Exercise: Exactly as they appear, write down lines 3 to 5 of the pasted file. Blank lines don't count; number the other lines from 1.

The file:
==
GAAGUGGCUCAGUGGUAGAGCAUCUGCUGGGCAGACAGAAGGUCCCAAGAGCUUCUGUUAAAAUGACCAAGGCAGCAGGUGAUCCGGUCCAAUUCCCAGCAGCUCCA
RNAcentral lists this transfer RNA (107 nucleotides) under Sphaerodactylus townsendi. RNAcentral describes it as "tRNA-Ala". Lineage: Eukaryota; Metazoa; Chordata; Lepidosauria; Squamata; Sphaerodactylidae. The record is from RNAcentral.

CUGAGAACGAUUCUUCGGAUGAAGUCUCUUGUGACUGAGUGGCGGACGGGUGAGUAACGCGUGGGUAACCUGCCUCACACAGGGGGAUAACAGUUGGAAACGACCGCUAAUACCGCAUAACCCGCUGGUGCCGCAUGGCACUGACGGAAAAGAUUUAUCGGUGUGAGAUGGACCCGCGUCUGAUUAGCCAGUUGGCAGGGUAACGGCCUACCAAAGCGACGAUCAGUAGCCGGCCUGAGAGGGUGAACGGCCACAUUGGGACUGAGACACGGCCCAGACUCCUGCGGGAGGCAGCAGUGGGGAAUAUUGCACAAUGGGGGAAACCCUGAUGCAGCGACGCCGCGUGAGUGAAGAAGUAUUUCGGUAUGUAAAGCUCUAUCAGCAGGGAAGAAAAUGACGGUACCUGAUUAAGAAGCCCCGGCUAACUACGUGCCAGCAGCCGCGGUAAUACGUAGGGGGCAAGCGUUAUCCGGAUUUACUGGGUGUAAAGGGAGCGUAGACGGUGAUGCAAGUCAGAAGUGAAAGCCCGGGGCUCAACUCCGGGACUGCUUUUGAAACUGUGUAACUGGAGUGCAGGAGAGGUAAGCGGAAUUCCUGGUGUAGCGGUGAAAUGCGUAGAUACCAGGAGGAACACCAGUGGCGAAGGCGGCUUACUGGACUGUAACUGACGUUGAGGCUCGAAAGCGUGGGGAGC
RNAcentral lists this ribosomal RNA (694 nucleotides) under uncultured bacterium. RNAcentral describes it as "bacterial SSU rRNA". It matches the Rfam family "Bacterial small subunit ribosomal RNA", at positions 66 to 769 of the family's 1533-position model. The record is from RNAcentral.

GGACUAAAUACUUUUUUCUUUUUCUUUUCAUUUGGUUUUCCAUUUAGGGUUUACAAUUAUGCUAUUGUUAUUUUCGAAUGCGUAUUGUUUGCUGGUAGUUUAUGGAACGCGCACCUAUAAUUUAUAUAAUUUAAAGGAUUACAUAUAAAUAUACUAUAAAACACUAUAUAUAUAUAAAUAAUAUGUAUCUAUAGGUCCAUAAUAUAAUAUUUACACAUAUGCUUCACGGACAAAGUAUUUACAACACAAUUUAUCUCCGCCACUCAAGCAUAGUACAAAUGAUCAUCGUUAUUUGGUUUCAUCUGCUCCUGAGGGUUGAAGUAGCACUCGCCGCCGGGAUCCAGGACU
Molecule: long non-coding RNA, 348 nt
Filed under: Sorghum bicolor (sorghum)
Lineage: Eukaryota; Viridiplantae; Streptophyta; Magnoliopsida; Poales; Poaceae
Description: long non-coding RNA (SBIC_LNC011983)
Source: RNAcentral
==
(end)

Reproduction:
CUGAGAACGAUUCUUCGGAUGAAGUCUCUUGUGACUGAGUGGCGGACGGGUGAGUAACGCGUGGGUAACCUGCCUCACACAGGGGGAUAACAGUUGGAAACGACCGCUAAUACCGCAUAACCCGCUGGUGCCGCAUGGCACUGACGGAAAAGAUUUAUCGGUGUGAGAUGGACCCGCGUCUGAUUAGCCAGUUGGCAGGGUAACGGCCUACCAAAGCGACGAUCAGUAGCCGGCCUGAGAGGGUGAACGGCCACAUUGGGACUGAGACACGGCCCAGACUCCUGCGGGAGGCAGCAGUGGGGAAUAUUGCACAAUGGGGGAAACCCUGAUGCAGCGACGCCGCGUGAGUGAAGAAGUAUUUCGGUAUGUAAAGCUCUAUCAGCAGGGAAGAAAAUGACGGUACCUGAUUAAGAAGCCCCGGCUAACUACGUGCCAGCAGCCGCGGUAAUACGUAGGGGGCAAGCGUUAUCCGGAUUUACUGGGUGUAAAGGGAGCGUAGACGGUGAUGCAAGUCAGAAGUGAAAGCCCGGGGCUCAACUCCGGGACUGCUUUUGAAACUGUGUAACUGGAGUGCAGGAGAGGUAAGCGGAAUUCCUGGUGUAGCGGUGAAAUGCGUAGAUACCAGGAGGAACACCAGUGGCGAAGGCGGCUUACUGGACUGUAACUGACGUUGAGGCUCGAAAGCGUGGGGAGC
RNAcentral lists this ribosomal RNA (694 nucleotides) under uncultured bacterium. RNAcentral describes it as "bacterial SSU rRNA". It matches the Rfam family "Bacterial small subunit ribosomal RNA", at positions 66 to 769 of the family's 1533-position model. The record is from RNAcentral.

GGACUAAAUACUUUUUUCUUUUUCUUUUCAUUUGGUUUUCCAUUUAGGGUUUACAAUUAUGCUAUUGUUAUUUUCGAAUGCGUAUUGUUUGCUGGUAGUUUAUGGAACGCGCACCUAUAAUUUAUAUAAUUUAAAGGAUUACAUAUAAAUAUACUAUAAAACACUAUAUAUAUAUAAAUAAUAUGUAUCUAUAGGUCCAUAAUAUAAUAUUUACACAUAUGCUUCACGGACAAAGUAUUUACAACACAAUUUAUCUCCGCCACUCAAGCAUAGUACAAAUGAUCAUCGUUAUUUGGUUUCAUCUGCUCCUGAGGGUUGAAGUAGCACUCGCCGCCGGGAUCCAGGACU